There is no question that the Saddam regime was dictatorial but why it and not the Syrian regime, for example, which was equally oppressive? More important, what was the difference between it and the government in Iran, especially the Khomeini regime that had American blood on its hands? It ordered the bombing of the US Embassy in Beirut in April 1983, followed by the bombing of the US Marine Corps headquarters near Beirut airport in October the same year.

It is still a mystery why the United States started a war on Iraq under the pretext of going after al-Qaeda while its troops were all over Afghanistan searching for al-Qaeda and bin Laden.

To this day, the United States has been suffering from its war in Afghanistan. It couldn’t end it, such that, in 2020, it had no choice by to sign an agreement with the Taliban, an accord with a taste of defeat. It was the Taliban regime and Afghanistan that gave shelter and protection to bin Laden and enabled him to plan and execute the September 11 attacks and yet US Secretary of State Mike Pompeo found himself compelled to go to Kabul to save what he could of the agreement with the Taliban.

The invasion of Iraq is a bewildering American decision but the conclusion that can be drawn after all those years is that the announced US goal of establishing a democratic regime in Iraq turned out to be an impossible task and that the real target then was Iraq, not the regime.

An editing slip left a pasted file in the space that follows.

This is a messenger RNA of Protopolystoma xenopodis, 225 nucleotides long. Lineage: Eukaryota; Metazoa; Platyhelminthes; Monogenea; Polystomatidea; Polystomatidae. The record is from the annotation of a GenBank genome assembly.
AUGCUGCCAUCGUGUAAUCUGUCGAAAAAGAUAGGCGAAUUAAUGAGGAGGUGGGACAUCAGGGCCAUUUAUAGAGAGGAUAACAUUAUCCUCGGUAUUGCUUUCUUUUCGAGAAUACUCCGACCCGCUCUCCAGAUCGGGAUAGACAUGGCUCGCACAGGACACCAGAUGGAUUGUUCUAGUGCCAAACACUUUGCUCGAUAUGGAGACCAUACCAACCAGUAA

How else can we explain that a mighty country such as the United States, which was the only superpower in the world, could embark on the adventure of invading and occupying a country without preparing itself for the post-occupation phase? Even a child could guess that occupying Iraq in the way it happened meant offering it to Iran on a silver platter and creating a lasting regional imbalance at every level.

What was birthed in Iraq by the US occupation was a non-viable, unsustainable regime, especially after the intentional marginalisation of the Sunni Arabs of Iraq and of offering the Kurds inapplicable promises.

With the passage of time, that is, 17 years since the fall of the statue of Saddam in Baghdad, events confirm that the intention was to finish off Iraq. The old regime and its alleged weapons of mass destruction were nothing more than flimsy arguments for achieving the specific goal of destroying Iraq.

In 2020, the United States rediscovered its need for Iraq. This is the Iraq that is resisting Iranian hegemony on the grounds that Arab nationalism still binds together most Iraqis, including Shiites.

Does Washington have a clearer vision of what it must do in Iraq to avoid the continuation of the Iranian expansionist project, a project motivated by fighting American belligerence in the first place?

Most important, is it possible to restructure Iraq after all these years of efforts to disintegrate it, unravel its social fabric and send it back to the Middle Ages?

We know what happened in Iraq and what was the goal of occupying it, but why?

Khairallah Khairallah is a Lebanese writer.

This article was originally published in The Arab Weekly.